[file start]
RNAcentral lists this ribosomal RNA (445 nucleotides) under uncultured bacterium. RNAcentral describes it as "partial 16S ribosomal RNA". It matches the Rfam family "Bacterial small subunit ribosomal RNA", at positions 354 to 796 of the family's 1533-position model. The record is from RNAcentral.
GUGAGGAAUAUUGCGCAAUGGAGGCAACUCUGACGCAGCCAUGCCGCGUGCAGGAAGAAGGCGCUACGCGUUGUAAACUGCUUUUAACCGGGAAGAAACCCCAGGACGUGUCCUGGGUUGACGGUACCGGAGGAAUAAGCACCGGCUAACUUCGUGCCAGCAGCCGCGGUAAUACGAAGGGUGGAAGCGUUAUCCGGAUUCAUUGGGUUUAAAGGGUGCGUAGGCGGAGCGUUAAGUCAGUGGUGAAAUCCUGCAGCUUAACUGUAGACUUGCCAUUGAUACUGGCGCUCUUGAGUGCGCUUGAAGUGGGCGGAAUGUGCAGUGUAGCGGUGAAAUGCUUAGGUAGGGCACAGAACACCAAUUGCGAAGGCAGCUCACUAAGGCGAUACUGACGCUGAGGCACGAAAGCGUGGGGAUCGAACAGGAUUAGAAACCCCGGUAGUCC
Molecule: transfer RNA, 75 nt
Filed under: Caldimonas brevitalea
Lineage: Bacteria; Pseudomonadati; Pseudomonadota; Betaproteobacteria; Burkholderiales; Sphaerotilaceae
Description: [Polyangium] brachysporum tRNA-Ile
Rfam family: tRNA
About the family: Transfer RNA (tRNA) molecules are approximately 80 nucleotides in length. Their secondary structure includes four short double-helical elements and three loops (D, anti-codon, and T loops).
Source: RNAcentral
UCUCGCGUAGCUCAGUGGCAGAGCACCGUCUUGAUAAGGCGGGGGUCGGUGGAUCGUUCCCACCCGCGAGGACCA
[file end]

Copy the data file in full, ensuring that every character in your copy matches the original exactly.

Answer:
RNAcentral lists this ribosomal RNA (445 nucleotides) under uncultured bacterium. RNAcentral describes it as "partial 16S ribosomal RNA". It matches the Rfam family "Bacterial small subunit ribosomal RNA", at positions 354 to 796 of the family's 1533-position model. The record is from RNAcentral.
GUGAGGAAUAUUGCGCAAUGGAGGCAACUCUGACGCAGCCAUGCCGCGUGCAGGAAGAAGGCGCUACGCGUUGUAAACUGCUUUUAACCGGGAAGAAACCCCAGGACGUGUCCUGGGUUGACGGUACCGGAGGAAUAAGCACCGGCUAACUUCGUGCCAGCAGCCGCGGUAAUACGAAGGGUGGAAGCGUUAUCCGGAUUCAUUGGGUUUAAAGGGUGCGUAGGCGGAGCGUUAAGUCAGUGGUGAAAUCCUGCAGCUUAACUGUAGACUUGCCAUUGAUACUGGCGCUCUUGAGUGCGCUUGAAGUGGGCGGAAUGUGCAGUGUAGCGGUGAAAUGCUUAGGUAGGGCACAGAACACCAAUUGCGAAGGCAGCUCACUAAGGCGAUACUGACGCUGAGGCACGAAAGCGUGGGGAUCGAACAGGAUUAGAAACCCCGGUAGUCC
Molecule: transfer RNA, 75 nt
Filed under: Caldimonas brevitalea
Lineage: Bacteria; Pseudomonadati; Pseudomonadota; Betaproteobacteria; Burkholderiales; Sphaerotilaceae
Description: [Polyangium] brachysporum tRNA-Ile
Rfam family: tRNA
About the family: Transfer RNA (tRNA) molecules are approximately 80 nucleotides in length. Their secondary structure includes four short double-helical elements and three loops (D, anti-codon, and T loops).
Source: RNAcentral
UCUCGCGUAGCUCAGUGGCAGAGCACCGUCUUGAUAAGGCGGGGGUCGGUGGAUCGUUCCCACCCGCGAGGACCA